Defense of NATO Allies Inviolate, Obama Says
By Army Sgt. 1st Class Tyrone C. Marshall Jr.
DoD News, Defense Media Activity
WASHINGTON, Sept. 3, 2014 – The core principle of NATO -- that an attack on one member is an attack on all -- is inviolate, President Barack Obama said today, and he assured Estonians that if they are attacked they will be defended by NATO, including the armed forces of the United States.
The president spoke in Estonia's capital of Tallinn on the eve of the NATO summit in Wales. Earlier, he met with the presidents of the Baltic republics and said categorically that the United States stands with them.
Obama again asked Russian President Vladimir Putin to stop his aggression in Ukraine, and made it clear that the United States and NATO will not back away from allies in Europe.
The goal of generations is a Europe whole, free and at peace, Obama said. Yet, he added, that vision is in danger. He called Russia's occupation of Crimea a brazen assault.
"It challenges that most basic of principles of our international system: that borders cannot be redrawn at the barrel of a gun, [and] that nations have the right to determine their own future," the president said. "It undermines an international order where the rights of peoples and nations are upheld and can't simply be taken away by brute force. This is what's at stake in Ukraine. This is why we stand with the people of Ukraine today."
NATO not aimed at one nation
The president reiterated that NATO is not aimed at any one nation. "We're an alliance of democracies dedicated to our own collective defense," he said. "Countries like Estonia and Latvia and Lithuania are not 'post-Soviet territory.' You are sovereign and independent nations with the right to make your own decisions."
Russia is using unbridled nationalism to force the issue in Ukraine, and it has to stop, the president said.
NATO has an integral part to play in the issue, the president said, and he spelled out what the United States will do. "First, we will defend our NATO allies, and that means every ally," he said.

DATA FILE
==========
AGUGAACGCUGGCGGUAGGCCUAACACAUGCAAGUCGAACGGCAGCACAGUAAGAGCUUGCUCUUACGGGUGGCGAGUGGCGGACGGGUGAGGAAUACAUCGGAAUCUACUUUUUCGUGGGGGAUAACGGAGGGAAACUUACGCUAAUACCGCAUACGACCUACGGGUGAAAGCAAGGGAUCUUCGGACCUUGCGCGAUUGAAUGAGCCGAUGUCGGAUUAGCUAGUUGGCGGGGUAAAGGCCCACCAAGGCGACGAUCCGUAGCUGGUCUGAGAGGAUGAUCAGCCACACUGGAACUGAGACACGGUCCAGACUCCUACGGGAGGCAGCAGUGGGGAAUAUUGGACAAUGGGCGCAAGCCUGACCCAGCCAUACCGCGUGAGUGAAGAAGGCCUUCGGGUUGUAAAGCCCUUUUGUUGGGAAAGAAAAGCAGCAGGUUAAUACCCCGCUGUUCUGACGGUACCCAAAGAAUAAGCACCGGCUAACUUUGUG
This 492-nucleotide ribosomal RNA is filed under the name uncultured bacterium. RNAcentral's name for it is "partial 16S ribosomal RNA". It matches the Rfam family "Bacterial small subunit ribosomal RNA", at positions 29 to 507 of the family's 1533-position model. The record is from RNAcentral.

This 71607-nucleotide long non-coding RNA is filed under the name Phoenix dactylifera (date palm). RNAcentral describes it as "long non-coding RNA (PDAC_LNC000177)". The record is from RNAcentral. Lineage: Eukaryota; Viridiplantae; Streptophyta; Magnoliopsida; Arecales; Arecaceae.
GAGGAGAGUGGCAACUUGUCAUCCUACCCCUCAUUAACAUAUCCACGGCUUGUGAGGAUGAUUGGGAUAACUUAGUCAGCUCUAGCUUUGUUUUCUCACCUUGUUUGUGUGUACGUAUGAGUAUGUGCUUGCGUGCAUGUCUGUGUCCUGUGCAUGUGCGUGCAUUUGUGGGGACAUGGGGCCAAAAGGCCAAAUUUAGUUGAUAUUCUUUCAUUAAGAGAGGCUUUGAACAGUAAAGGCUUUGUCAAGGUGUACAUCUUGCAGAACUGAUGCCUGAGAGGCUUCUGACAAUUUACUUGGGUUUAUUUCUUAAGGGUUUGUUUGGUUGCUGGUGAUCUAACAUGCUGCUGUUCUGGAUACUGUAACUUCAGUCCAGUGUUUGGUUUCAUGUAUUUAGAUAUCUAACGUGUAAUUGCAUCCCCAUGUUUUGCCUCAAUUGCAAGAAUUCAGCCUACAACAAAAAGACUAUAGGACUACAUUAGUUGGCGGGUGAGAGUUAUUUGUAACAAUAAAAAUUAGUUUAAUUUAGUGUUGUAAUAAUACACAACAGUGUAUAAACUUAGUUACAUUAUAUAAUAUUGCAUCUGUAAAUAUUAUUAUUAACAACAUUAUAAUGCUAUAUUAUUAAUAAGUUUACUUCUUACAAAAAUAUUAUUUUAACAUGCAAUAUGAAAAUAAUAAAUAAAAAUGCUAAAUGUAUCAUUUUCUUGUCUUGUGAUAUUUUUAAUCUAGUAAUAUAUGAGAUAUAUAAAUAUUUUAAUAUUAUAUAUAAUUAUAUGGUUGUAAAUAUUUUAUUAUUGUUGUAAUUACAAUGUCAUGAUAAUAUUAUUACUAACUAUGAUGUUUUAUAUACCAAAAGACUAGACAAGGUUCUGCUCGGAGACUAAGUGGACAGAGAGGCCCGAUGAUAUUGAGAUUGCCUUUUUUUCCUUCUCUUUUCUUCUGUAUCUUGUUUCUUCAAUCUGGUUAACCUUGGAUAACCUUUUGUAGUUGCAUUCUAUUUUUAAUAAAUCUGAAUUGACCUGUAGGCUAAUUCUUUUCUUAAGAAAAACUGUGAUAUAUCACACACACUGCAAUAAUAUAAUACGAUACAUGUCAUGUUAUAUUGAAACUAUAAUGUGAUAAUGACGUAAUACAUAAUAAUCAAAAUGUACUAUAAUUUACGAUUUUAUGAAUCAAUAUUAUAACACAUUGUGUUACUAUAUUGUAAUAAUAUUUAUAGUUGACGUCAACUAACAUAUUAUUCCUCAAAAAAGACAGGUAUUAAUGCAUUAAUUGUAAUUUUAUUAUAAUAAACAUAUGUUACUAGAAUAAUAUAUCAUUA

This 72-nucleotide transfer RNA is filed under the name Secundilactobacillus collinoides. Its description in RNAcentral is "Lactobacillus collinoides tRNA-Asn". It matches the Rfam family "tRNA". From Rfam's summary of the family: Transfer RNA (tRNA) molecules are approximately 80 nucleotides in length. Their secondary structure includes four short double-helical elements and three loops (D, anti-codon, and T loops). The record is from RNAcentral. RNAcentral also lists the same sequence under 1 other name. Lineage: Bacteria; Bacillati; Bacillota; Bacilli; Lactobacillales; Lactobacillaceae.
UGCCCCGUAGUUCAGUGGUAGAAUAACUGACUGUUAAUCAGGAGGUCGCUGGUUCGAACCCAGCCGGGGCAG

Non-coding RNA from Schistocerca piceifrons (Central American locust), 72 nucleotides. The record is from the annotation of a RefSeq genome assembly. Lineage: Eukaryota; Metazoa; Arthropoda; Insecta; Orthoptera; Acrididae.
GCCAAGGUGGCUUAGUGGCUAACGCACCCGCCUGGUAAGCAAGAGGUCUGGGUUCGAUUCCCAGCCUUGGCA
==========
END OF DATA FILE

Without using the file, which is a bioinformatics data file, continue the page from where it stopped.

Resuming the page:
The United States has aircraft patrolling the skies of the Baltic republics and has troops exercising with allied nations in the region. The United States also has sent more ships into the Black Sea and Baltic Sea.
"I believe our alliance should extend these defensive measures for as long as necessary, because the defense of Tallinn and Riga and Vilnius is just as important as the defense of Berlin and Paris and London," Obama said.
Extending defensive measures
To that end, the United States is working to bolster the security of its NATO allies and further increase America's military presence in Europe, the president said. In the Baltics, it would mean pre-positioning more American equipment and conducting more training and exercises.
"And it would mean more U.S. forces -- including American boots on the ground -- continuously rotating through Estonia and Latvia and Lithuania," he said.
NATO must deploy quicker, and Obama called on alliance nations to support a plan to enhance readiness. "That means we need to step up our defense planning, so we're fully prepared for any threat to any ally," he said. "It also means we need to have the infrastructure and facilities that can receive rapid reinforcements, including here in the Baltics. We need to enhance NATO's Rapid Response Force so it can deploy even more quickly and not just react to threats, but also deter them."
The alliance also must be able to combat nontraditional campaigns such as the one Russia has waged against Ukraine, he said.
NATO also must invest in capabilities for the future, the president said, noting that alliance states need more intelligence, surveillance and reconnaissance assets and a workable missile defense. European allies need to invest 2 percent of their gross domestic product in defense, as Estonia does, he added.
Finally, the alliance must remain united in the face of Russia's aggression in Ukraine, Obama said. "The United States, the European Union, our partners around the world, have all said we prefer a diplomatic solution," he said, noting that Russia has resisted such a path.
Now, the Russian economy is suffering due to sanctions. "Russia's actions in Ukraine are weakening Russia," Obama said. "Russia's actions are hurting the Russian people."
Freedom will prevail
Obama urged NATO leaders to remain solid, because dignity, justice, democracy and freedom will win.
"Not because it's inevitable, not because it is ordained, but because these basic human yearnings for dignity and justice and democracy do not go away," he said. "They can be suppressed. At times, they can be silenced, but they burn in every human heart in a place where no regime could ever reach, a light that no army can ever extinguish. And so long as free peoples summon the confidence and the courage and the will to defend the values that we cherish, then freedom will always be stronger and our ideas will always prevail no matter what."
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